Thursday, 6 December 2012


Based on the Transporter movie franchise created by Luc Besson and Robert Mark Kamen, Transporter: The Series starts today in France on private channel M6.

Filmed in Europe and Canada for an estimated $43 million budget, the 12-episode series is co-produced by French company Atlantique Productions and Canadian prodco QVF Inc. with M6, German commercial broadcaster RTL, HBO/Cinemax, Astral Television/The Movie Network, and Corus Entertainment/Movie Central. RTL world premiered Transporter: The Series in October and already aired 7 episodes but out-of-order.

English actor Chris Vance (Prison Break) stars as Frank Martin - played by Jason Statham in the films - a professional freelance courier who drives a black Audi A8 and delivers mysterious packages against all odds. His rules: 1° Never change the deal. 2° No names. 3° Never open the package. Hungarian actress Andrea Osvárt plays Carla, who organizes the Transporter's missions. Paris-born François Berléand reprises his character of Inspector Tarconi from the movies. German actor Charly Hübner (The lives of others) is Dieter - Frank's mechanic and pal. The music is by Nathaniel Méchaly (Taken) and the theme is a cover from Canadian rock band Rush's Working Man arranged by Jamie Forsyth and performed by Danielle Armstrong.

The General's Daughter
[in German Eine Neue Mission!] introduces the aptly cast Chris Vance with a cinematic and spectacular pre-credit sequence in the streets of Marseille (1) and a parking garage, where he gives a welcome James Bond feel to his Frank Martin. Helmed by Canadian director Stephen Williams (Lost), this premiere smartly transposes the popular movie trilogy to television. Although without the car stunts - coordinated by Michel Julienne - and the well-crafted martial art fights, choreographed by Cyril Raffaelli, the generic script written by Alexander Ruemelin with Joseph Mallozzi and Paul Mullie (the Stargate franchise) would sound like a recycled episode of the Largo Winch TV series.

But remember it's Transporter: The Series, not a Transporter 4 direct-to-DVD. Production of the big-budget series was plagued with problems: original showrunners Joseph Malozzi and Paul Mullie left over creative differences. And filming was temporary suspended after the excellent Chris Vance was hurt while shooting an action scene. The series is set majoritarily in Europe but if locations included Marseille, Nice, Berlin or Paris it was mainly filmed in Toronto and it shows. Worse, more than one third of the 12 episodes is definitely not up to the television Transporter's declared ambitions (2).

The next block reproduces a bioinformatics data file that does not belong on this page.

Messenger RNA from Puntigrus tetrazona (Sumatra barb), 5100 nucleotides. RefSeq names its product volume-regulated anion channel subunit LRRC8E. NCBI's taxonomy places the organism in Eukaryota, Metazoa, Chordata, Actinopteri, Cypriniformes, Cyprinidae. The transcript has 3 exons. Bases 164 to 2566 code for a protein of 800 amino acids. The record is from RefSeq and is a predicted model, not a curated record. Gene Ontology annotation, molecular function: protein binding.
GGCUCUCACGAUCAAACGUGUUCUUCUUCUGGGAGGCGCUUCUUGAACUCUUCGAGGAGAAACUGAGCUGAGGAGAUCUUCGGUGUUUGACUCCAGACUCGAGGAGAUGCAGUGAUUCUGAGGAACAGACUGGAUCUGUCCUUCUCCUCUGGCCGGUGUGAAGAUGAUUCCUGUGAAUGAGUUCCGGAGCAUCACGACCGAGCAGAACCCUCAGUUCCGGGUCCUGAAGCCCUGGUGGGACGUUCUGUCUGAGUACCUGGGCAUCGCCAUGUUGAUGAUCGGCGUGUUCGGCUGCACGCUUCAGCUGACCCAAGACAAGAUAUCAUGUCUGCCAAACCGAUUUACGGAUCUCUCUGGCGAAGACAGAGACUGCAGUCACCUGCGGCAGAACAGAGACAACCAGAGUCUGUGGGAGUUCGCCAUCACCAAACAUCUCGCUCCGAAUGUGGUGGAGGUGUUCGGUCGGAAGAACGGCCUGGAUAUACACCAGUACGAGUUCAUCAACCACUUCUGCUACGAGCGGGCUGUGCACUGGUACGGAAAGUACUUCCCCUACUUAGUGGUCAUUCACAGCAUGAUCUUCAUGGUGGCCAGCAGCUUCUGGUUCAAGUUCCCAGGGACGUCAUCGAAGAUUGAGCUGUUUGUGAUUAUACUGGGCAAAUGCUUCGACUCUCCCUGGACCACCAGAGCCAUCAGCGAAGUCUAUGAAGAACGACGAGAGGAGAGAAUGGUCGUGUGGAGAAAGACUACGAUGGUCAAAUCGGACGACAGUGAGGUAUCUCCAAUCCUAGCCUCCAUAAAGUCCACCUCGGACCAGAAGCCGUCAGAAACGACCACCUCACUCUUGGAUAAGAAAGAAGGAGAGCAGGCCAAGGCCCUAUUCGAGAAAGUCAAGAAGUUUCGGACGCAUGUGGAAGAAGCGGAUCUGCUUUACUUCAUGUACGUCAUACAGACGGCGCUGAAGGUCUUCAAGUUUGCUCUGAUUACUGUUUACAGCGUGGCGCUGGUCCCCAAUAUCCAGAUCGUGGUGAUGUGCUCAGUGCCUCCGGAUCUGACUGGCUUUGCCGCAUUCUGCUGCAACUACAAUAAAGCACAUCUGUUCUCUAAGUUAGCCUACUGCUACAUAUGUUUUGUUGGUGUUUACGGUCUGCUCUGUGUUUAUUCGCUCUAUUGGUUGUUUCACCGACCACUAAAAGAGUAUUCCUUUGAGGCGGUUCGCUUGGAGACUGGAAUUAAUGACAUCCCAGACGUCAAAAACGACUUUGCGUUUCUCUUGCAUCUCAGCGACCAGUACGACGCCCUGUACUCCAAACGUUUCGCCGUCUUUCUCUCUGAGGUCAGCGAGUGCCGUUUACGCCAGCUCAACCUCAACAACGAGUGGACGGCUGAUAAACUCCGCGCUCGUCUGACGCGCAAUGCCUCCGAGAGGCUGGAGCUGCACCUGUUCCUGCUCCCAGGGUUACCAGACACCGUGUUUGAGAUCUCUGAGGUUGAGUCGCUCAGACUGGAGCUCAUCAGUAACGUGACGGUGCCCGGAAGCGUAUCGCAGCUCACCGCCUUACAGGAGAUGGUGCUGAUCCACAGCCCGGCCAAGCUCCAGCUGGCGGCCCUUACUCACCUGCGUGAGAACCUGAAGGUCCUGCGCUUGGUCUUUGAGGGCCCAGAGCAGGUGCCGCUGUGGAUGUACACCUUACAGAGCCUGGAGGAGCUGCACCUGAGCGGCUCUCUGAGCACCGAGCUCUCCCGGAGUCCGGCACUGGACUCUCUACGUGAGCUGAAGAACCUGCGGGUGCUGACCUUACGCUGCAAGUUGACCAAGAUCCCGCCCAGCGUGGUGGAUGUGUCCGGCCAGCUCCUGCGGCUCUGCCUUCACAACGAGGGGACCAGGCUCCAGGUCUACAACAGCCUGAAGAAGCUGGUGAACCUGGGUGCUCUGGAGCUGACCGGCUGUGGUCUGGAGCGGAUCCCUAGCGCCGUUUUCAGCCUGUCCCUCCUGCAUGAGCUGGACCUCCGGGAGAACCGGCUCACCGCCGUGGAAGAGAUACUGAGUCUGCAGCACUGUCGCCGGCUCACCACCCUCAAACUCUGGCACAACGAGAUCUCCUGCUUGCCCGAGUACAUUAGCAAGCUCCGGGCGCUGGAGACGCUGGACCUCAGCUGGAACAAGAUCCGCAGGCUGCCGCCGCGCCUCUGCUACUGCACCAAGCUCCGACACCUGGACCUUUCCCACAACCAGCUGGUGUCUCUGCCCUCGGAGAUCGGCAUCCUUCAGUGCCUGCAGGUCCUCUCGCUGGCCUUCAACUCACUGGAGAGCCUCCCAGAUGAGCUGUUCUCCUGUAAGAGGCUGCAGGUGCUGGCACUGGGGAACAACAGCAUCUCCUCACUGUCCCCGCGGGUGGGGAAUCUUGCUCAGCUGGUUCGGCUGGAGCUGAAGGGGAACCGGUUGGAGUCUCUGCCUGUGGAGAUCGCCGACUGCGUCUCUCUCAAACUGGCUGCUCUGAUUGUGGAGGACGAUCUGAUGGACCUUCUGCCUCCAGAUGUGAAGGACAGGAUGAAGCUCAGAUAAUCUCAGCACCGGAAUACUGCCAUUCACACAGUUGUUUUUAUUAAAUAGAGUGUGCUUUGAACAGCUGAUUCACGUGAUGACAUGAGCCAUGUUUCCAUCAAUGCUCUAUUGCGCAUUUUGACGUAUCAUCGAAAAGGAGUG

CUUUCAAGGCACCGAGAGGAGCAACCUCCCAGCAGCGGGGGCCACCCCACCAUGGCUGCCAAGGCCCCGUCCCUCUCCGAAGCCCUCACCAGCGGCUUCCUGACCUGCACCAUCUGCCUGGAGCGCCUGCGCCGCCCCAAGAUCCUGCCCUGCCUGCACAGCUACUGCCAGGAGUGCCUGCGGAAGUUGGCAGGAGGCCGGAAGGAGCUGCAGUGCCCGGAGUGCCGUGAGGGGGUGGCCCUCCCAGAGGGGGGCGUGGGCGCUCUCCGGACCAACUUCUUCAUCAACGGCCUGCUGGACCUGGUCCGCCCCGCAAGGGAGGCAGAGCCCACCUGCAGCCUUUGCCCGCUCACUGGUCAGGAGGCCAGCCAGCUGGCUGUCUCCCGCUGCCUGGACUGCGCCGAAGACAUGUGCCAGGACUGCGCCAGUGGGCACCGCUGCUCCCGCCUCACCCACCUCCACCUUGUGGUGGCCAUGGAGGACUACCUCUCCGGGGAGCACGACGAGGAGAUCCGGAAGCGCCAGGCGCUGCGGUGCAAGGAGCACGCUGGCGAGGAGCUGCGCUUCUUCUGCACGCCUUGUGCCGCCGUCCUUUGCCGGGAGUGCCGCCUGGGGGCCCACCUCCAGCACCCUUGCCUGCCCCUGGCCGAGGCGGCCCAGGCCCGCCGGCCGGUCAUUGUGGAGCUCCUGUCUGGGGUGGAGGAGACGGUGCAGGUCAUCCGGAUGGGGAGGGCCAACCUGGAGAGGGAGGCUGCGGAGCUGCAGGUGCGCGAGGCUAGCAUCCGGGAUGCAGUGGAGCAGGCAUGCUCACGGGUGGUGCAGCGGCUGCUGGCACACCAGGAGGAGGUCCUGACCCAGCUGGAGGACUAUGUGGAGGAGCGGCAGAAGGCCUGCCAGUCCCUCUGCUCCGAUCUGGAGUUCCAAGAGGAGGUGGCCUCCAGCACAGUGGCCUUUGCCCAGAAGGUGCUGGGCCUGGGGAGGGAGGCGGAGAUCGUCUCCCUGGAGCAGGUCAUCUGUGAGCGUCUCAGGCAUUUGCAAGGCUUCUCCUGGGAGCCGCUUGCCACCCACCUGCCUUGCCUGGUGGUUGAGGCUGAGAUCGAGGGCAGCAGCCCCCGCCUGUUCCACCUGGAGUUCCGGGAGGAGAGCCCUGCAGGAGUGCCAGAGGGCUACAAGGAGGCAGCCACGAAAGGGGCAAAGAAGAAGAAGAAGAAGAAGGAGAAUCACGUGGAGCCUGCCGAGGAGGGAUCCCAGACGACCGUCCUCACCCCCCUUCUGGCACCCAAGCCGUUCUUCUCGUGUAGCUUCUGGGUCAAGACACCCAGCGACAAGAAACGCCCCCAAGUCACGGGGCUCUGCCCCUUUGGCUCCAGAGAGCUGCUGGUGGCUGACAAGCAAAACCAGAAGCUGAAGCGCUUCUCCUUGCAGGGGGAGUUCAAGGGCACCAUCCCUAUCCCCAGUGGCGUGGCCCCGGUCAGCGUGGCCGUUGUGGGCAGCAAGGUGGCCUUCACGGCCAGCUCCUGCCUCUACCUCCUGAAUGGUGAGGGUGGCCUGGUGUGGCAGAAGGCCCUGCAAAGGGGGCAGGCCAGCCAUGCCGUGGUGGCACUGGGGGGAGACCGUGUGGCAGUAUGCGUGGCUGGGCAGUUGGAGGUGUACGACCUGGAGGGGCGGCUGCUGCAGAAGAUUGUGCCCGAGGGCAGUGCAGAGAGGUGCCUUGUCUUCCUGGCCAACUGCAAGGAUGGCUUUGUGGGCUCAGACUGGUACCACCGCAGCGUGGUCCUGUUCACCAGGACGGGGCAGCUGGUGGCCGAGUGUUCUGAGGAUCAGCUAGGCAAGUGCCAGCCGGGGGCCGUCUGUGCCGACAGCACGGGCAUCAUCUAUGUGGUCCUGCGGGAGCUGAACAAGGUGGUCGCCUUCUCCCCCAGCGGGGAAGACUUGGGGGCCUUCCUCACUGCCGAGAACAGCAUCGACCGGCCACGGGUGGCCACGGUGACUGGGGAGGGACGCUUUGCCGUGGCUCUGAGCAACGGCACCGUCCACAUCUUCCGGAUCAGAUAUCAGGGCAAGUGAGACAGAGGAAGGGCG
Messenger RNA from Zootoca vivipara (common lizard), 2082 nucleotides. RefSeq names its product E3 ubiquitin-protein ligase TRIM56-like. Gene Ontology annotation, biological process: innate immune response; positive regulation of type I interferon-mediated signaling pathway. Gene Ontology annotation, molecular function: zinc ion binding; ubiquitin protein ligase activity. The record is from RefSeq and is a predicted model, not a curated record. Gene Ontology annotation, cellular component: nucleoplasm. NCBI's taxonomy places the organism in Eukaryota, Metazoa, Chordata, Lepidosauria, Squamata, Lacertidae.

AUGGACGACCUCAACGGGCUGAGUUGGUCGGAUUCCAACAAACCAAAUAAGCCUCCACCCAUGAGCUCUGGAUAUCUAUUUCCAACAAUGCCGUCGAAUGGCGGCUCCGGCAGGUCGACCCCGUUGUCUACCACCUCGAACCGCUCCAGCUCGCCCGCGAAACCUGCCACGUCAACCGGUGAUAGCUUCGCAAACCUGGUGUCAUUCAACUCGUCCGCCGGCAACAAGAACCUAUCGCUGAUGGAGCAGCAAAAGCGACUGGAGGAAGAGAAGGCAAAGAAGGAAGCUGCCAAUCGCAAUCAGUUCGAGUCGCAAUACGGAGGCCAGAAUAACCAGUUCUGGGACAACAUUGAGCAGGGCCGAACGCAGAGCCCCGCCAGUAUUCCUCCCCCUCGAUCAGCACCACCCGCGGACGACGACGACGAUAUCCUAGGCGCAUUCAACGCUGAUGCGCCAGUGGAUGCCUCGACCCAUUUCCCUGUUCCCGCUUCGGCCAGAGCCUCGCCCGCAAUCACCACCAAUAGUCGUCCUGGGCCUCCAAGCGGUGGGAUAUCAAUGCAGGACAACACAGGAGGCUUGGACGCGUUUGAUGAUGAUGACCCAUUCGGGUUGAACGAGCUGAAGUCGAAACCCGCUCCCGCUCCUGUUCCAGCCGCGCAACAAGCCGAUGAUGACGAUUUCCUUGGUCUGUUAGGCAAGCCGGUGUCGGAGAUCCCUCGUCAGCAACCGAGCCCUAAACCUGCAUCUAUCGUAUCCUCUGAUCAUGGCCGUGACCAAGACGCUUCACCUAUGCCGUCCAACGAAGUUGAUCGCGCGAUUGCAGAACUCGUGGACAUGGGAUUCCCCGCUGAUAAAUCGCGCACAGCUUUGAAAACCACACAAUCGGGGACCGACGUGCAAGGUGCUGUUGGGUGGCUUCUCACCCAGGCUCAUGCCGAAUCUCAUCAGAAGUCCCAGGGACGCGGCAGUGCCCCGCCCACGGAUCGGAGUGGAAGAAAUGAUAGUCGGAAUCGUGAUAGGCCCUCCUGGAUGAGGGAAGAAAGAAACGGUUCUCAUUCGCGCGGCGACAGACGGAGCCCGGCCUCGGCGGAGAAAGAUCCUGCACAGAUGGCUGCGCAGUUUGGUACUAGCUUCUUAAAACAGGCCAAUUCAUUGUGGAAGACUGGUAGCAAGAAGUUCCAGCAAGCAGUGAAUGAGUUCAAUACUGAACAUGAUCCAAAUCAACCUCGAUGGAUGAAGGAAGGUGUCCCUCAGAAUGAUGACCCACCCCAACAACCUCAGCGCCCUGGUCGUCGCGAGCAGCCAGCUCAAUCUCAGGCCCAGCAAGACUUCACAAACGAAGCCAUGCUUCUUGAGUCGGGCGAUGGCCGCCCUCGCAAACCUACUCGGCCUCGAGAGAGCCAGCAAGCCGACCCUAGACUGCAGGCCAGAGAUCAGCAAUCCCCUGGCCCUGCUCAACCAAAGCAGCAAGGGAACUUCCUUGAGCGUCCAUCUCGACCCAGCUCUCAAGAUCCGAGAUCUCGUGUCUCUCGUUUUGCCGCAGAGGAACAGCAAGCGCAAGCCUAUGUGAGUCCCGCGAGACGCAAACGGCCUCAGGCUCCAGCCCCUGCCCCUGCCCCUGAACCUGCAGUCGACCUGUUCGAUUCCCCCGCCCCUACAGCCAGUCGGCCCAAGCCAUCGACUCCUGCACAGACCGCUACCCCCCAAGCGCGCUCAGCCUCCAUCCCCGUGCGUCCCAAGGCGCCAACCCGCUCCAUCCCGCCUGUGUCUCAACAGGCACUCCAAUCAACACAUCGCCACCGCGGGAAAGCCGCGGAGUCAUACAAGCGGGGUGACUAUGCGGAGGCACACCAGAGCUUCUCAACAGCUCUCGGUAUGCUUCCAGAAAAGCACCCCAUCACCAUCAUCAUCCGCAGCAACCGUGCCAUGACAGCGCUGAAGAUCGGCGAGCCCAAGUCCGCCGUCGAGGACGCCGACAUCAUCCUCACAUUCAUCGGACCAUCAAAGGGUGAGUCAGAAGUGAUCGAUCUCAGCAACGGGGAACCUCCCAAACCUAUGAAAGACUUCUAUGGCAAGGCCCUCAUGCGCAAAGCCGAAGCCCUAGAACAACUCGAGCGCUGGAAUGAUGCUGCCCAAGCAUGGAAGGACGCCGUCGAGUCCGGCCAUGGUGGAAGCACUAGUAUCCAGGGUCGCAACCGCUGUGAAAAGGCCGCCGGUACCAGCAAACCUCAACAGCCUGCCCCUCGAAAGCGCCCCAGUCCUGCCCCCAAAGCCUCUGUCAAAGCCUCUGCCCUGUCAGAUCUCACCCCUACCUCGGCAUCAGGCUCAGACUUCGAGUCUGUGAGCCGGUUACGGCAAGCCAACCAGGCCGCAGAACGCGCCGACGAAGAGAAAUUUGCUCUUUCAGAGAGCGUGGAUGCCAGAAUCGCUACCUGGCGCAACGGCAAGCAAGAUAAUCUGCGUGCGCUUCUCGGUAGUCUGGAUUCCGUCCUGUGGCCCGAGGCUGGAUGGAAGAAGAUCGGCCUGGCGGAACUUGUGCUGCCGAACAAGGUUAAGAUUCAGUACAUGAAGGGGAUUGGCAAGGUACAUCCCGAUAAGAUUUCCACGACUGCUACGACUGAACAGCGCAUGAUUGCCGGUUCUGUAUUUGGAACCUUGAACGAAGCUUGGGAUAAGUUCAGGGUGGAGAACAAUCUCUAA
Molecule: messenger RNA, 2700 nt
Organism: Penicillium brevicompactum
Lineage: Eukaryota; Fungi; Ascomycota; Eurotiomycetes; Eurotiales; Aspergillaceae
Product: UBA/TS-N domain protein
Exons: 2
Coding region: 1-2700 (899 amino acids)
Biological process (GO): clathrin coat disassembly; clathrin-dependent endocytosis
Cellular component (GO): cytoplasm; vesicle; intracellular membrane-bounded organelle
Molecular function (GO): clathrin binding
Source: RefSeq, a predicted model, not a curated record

If Harvest
[Vaterliebe] stays watchable with a heavy dose of indulgence (see the Audi above the tram CGI stunt), the other episodes aired by RTL don't deliver the package at all. Switch [Echt falsch] is embarassingly tedious past the enjoyable Berlin chase. Action sequences can't save the cliche-ridden Dead Drop [Plan B] and Payback [Vergeltung!] either. And Sharks [Große Haie und kleine Fische], which focuses on series regular (and M6 familiar face) Delphine Chanéac as Juliette Dubois, is just dull. Compared to those retreads of a French-Canadian co-production from the 80s or 90s Trojan Horsepower [Tod dem Fortschritt!] is barely passable. 5 episodes remain to be seen in Germany, where Transporter: The Series started well before dropping enough to lose its 8.15pm primetime slot - taken by reruns of Alarm für Cobra 11 (3).

« I don't know how to make TV shows -- I let the people who know how to do it take it on and hope they're doing their job, » said Luc Besson to THR last year. It didn't prevent him to devise and produce his first series, the successful No Limit, for TF1. The mogul is not involved in the TV Transporter and said recently that he hasn't seen it, which seems incredible as his name will be associated with it anyway. Viewers will hardly find traces of Besson's fast-paced production style in this costly effort.

(1) M6's version of this episode has a different edit.
(3) RTL moved Transporter - The Series to 9.15pm. Ironically, Trojan Horsepower has a nod to Cobra 11.

[Update January 5, 2013] Apparently Canada has an intro with a different and longer edit (and singer?)

See also: (In French) (In French)